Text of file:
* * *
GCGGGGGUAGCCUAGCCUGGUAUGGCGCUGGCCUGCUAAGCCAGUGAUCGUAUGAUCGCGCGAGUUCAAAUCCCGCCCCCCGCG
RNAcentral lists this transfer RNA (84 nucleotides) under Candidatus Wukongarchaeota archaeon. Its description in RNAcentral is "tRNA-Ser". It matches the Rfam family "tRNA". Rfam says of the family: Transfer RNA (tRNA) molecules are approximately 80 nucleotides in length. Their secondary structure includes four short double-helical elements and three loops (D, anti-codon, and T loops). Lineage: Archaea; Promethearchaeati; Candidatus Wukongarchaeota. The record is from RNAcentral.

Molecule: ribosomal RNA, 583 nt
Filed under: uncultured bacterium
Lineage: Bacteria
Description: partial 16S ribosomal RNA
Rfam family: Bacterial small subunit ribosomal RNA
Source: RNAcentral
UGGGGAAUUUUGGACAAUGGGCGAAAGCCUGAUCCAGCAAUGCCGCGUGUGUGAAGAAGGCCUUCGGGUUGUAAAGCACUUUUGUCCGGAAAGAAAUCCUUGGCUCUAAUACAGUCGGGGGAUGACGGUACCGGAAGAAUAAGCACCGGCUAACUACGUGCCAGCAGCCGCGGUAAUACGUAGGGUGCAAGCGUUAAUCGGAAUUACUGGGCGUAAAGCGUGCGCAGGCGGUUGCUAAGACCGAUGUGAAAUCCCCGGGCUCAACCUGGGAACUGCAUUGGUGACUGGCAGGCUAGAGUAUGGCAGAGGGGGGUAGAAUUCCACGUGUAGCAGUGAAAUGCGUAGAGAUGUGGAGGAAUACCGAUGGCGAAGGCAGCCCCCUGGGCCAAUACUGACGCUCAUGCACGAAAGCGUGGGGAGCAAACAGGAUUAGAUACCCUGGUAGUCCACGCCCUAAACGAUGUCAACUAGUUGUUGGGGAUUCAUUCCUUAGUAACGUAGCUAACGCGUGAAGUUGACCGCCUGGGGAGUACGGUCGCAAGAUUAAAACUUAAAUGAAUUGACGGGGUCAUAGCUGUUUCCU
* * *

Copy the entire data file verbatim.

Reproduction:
GCGGGGGUAGCCUAGCCUGGUAUGGCGCUGGCCUGCUAAGCCAGUGAUCGUAUGAUCGCGCGAGUUCAAAUCCCGCCCCCCGCG
RNAcentral lists this transfer RNA (84 nucleotides) under Candidatus Wukongarchaeota archaeon. Its description in RNAcentral is "tRNA-Ser". It matches the Rfam family "tRNA". Rfam says of the family: Transfer RNA (tRNA) molecules are approximately 80 nucleotides in length. Their secondary structure includes four short double-helical elements and three loops (D, anti-codon, and T loops). Lineage: Archaea; Promethearchaeati; Candidatus Wukongarchaeota. The record is from RNAcentral.

Molecule: ribosomal RNA, 583 nt
Filed under: uncultured bacterium
Lineage: Bacteria
Description: partial 16S ribosomal RNA
Rfam family: Bacterial small subunit ribosomal RNA
Source: RNAcentral
UGGGGAAUUUUGGACAAUGGGCGAAAGCCUGAUCCAGCAAUGCCGCGUGUGUGAAGAAGGCCUUCGGGUUGUAAAGCACUUUUGUCCGGAAAGAAAUCCUUGGCUCUAAUACAGUCGGGGGAUGACGGUACCGGAAGAAUAAGCACCGGCUAACUACGUGCCAGCAGCCGCGGUAAUACGUAGGGUGCAAGCGUUAAUCGGAAUUACUGGGCGUAAAGCGUGCGCAGGCGGUUGCUAAGACCGAUGUGAAAUCCCCGGGCUCAACCUGGGAACUGCAUUGGUGACUGGCAGGCUAGAGUAUGGCAGAGGGGGGUAGAAUUCCACGUGUAGCAGUGAAAUGCGUAGAGAUGUGGAGGAAUACCGAUGGCGAAGGCAGCCCCCUGGGCCAAUACUGACGCUCAUGCACGAAAGCGUGGGGAGCAAACAGGAUUAGAUACCCUGGUAGUCCACGCCCUAAACGAUGUCAACUAGUUGUUGGGGAUUCAUUCCUUAGUAACGUAGCUAACGCGUGAAGUUGACCGCCUGGGGAGUACGGUCGCAAGAUUAAAACUUAAAUGAAUUGACGGGGUCAUAGCUGUUUCCU